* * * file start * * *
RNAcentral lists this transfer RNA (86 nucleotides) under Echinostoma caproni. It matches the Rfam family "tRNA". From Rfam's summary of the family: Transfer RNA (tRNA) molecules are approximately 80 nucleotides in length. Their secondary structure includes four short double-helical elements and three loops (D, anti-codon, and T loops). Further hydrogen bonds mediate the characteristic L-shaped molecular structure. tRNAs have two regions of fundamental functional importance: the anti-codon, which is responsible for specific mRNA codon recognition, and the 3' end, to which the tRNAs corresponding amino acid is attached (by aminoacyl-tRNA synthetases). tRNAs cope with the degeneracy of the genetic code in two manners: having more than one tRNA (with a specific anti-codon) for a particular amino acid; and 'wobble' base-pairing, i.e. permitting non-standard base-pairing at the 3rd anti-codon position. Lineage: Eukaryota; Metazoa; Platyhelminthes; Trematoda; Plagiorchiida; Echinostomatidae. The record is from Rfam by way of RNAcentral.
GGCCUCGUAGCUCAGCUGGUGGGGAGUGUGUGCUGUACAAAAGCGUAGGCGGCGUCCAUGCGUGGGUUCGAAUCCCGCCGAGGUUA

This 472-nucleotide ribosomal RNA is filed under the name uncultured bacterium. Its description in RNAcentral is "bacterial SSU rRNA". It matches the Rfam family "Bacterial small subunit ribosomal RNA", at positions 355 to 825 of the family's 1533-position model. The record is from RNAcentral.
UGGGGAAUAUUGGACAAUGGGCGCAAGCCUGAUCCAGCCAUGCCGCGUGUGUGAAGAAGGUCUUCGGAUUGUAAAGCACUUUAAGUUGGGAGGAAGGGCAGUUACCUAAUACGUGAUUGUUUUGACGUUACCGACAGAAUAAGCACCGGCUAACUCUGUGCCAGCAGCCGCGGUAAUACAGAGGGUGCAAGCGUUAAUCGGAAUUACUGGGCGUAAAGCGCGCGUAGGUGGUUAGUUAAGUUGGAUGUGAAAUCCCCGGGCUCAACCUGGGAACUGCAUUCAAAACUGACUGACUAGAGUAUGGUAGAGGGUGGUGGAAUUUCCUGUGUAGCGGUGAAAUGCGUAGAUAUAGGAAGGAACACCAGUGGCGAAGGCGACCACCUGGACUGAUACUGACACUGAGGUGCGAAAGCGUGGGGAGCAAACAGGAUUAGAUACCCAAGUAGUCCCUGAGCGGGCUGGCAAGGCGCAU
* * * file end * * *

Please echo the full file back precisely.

RNAcentral lists this transfer RNA (86 nucleotides) under Echinostoma caproni. It matches the Rfam family "tRNA". From Rfam's summary of the family: Transfer RNA (tRNA) molecules are approximately 80 nucleotides in length. Their secondary structure includes four short double-helical elements and three loops (D, anti-codon, and T loops). Further hydrogen bonds mediate the characteristic L-shaped molecular structure. tRNAs have two regions of fundamental functional importance: the anti-codon, which is responsible for specific mRNA codon recognition, and the 3' end, to which the tRNAs corresponding amino acid is attached (by aminoacyl-tRNA synthetases). tRNAs cope with the degeneracy of the genetic code in two manners: having more than one tRNA (with a specific anti-codon) for a particular amino acid; and 'wobble' base-pairing, i.e. permitting non-standard base-pairing at the 3rd anti-codon position. Lineage: Eukaryota; Metazoa; Platyhelminthes; Trematoda; Plagiorchiida; Echinostomatidae. The record is from Rfam by way of RNAcentral.
GGCCUCGUAGCUCAGCUGGUGGGGAGUGUGUGCUGUACAAAAGCGUAGGCGGCGUCCAUGCGUGGGUUCGAAUCCCGCCGAGGUUA

This 472-nucleotide ribosomal RNA is filed under the name uncultured bacterium. Its description in RNAcentral is "bacterial SSU rRNA". It matches the Rfam family "Bacterial small subunit ribosomal RNA", at positions 355 to 825 of the family's 1533-position model. The record is from RNAcentral.
UGGGGAAUAUUGGACAAUGGGCGCAAGCCUGAUCCAGCCAUGCCGCGUGUGUGAAGAAGGUCUUCGGAUUGUAAAGCACUUUAAGUUGGGAGGAAGGGCAGUUACCUAAUACGUGAUUGUUUUGACGUUACCGACAGAAUAAGCACCGGCUAACUCUGUGCCAGCAGCCGCGGUAAUACAGAGGGUGCAAGCGUUAAUCGGAAUUACUGGGCGUAAAGCGCGCGUAGGUGGUUAGUUAAGUUGGAUGUGAAAUCCCCGGGCUCAACCUGGGAACUGCAUUCAAAACUGACUGACUAGAGUAUGGUAGAGGGUGGUGGAAUUUCCUGUGUAGCGGUGAAAUGCGUAGAUAUAGGAAGGAACACCAGUGGCGAAGGCGACCACCUGGACUGAUACUGACACUGAGGUGCGAAAGCGUGGGGAGCAAACAGGAUUAGAUACCCAAGUAGUCCCUGAGCGGGCUGGCAAGGCGCAU